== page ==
Paywalls and Scholarly Articles

Have you ever tried to read an article, only to be asked to pay? 

Being unable to access an article is called “hitting a paywall.” Paywalls hide knowledge and stifle innovation.  Libraries help by subscribing to journals and magazines,  but no single university can afford to subscribe to everything published.  Open access materials can help alleviate students hitting these paywalls.

 

What can I do to help remove paywalls that act as barriers to research?

  • Use the Open Access Button: The Open Access Button lests users track when they are denied access to research. By clicking the button in your bookmarks bar, the Open Access Button will help you get the research you want and add papers you still need to your wishlists. Download the bookmarklet, the free mobile app, or the free web app at http://www.openaccessbutton.org.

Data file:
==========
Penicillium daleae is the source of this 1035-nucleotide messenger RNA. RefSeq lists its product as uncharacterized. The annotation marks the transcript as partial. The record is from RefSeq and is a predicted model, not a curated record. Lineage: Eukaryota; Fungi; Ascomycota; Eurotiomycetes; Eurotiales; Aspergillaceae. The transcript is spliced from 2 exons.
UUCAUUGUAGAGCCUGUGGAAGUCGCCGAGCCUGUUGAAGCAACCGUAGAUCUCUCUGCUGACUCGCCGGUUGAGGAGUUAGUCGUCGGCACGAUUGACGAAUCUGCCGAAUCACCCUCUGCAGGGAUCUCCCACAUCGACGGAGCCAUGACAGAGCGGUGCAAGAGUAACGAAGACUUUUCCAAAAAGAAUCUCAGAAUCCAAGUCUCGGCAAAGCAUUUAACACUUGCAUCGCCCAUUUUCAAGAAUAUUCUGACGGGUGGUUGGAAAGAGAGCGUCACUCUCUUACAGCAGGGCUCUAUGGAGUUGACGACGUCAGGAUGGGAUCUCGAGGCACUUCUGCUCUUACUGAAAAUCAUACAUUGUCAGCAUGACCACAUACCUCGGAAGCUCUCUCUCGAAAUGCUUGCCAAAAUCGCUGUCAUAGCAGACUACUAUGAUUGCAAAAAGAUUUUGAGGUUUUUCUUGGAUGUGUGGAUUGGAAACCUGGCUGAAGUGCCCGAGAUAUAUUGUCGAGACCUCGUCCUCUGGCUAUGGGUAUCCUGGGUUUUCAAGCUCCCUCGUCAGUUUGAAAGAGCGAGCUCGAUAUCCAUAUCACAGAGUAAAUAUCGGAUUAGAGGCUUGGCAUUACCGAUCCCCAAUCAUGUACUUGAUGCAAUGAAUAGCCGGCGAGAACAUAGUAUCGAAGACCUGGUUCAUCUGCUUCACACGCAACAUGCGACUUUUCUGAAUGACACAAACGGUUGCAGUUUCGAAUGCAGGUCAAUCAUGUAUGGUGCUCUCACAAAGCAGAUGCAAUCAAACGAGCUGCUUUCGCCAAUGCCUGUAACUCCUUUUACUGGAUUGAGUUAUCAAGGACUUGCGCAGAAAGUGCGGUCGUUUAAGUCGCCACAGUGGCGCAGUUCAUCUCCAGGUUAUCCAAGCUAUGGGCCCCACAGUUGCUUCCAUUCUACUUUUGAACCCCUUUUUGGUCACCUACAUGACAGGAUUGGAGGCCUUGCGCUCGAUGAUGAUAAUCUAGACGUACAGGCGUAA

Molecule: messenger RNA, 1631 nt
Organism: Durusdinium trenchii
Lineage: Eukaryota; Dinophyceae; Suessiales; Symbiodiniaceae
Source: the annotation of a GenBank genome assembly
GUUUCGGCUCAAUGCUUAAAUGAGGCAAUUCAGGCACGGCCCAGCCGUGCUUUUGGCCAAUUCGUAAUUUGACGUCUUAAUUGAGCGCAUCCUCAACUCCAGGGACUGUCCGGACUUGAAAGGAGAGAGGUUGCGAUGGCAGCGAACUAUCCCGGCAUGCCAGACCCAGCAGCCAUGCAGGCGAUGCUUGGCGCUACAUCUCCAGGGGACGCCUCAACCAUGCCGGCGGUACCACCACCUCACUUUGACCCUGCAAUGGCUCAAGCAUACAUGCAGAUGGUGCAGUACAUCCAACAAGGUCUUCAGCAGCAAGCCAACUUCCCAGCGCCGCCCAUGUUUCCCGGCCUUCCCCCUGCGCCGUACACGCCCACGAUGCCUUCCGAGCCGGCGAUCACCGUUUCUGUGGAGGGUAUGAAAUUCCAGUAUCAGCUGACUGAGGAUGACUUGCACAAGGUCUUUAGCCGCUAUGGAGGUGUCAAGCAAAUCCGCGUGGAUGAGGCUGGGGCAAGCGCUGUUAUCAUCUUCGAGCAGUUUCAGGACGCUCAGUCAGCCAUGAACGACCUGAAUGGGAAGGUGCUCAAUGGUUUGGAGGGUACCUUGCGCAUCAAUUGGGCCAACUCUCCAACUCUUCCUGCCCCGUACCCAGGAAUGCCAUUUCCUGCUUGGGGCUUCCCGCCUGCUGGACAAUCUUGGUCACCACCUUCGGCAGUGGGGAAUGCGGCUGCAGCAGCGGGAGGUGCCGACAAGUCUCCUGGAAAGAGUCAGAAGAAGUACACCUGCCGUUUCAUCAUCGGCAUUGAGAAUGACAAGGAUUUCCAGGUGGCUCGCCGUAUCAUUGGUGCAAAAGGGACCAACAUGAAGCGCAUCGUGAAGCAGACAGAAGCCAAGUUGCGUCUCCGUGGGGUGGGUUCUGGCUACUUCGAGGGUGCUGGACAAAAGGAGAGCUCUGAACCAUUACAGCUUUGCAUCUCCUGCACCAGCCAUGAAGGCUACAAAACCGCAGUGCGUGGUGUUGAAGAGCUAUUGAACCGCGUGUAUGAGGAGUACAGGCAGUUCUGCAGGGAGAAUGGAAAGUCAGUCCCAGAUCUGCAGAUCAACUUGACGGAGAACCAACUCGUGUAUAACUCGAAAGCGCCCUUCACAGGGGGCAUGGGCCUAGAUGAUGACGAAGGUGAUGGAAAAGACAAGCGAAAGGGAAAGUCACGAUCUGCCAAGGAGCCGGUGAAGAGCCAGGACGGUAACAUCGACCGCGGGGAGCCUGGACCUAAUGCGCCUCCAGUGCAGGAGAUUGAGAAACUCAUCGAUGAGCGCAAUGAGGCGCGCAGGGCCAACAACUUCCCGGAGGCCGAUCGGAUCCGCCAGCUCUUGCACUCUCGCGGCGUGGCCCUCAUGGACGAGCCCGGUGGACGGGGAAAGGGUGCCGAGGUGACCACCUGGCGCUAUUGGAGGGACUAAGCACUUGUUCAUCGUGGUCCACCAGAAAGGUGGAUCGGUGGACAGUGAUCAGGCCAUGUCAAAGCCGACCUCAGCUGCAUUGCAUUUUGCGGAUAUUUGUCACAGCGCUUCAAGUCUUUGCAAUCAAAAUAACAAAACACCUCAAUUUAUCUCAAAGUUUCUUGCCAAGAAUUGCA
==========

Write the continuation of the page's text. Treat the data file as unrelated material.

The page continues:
• Learn more about the problem: Visit the Right to Resarch coalition's website at http://www.righttoresearch.org. There you can get up to speed on everything fromt he challenges students face to the impact of limited and how we can solve the problem. Sign the Student Statement on the Right to Research and find ideas to take action on as an individual or as a group. Get your organizations, student government, and friends on board. There is strength in numbers.
  • Encourage your professors to make their own work open: As students, you have a crucial role in making Open Access a reality because you know firsthand that you're expected to cite articles from scholarly journals when you write papers. The open access issue is a complicated one for some professors, but they may be encouraged to hear students asking questions about open access. Students - who read, rely on, and write for scholarly publications - have the power to change the way research is exchanged.
  • Follow the conversations on Twitter at #oaweek@miamiuoa, @miamiulibraries, @R2RC and @SPARC_NA to keep up with the ongoing developments about open access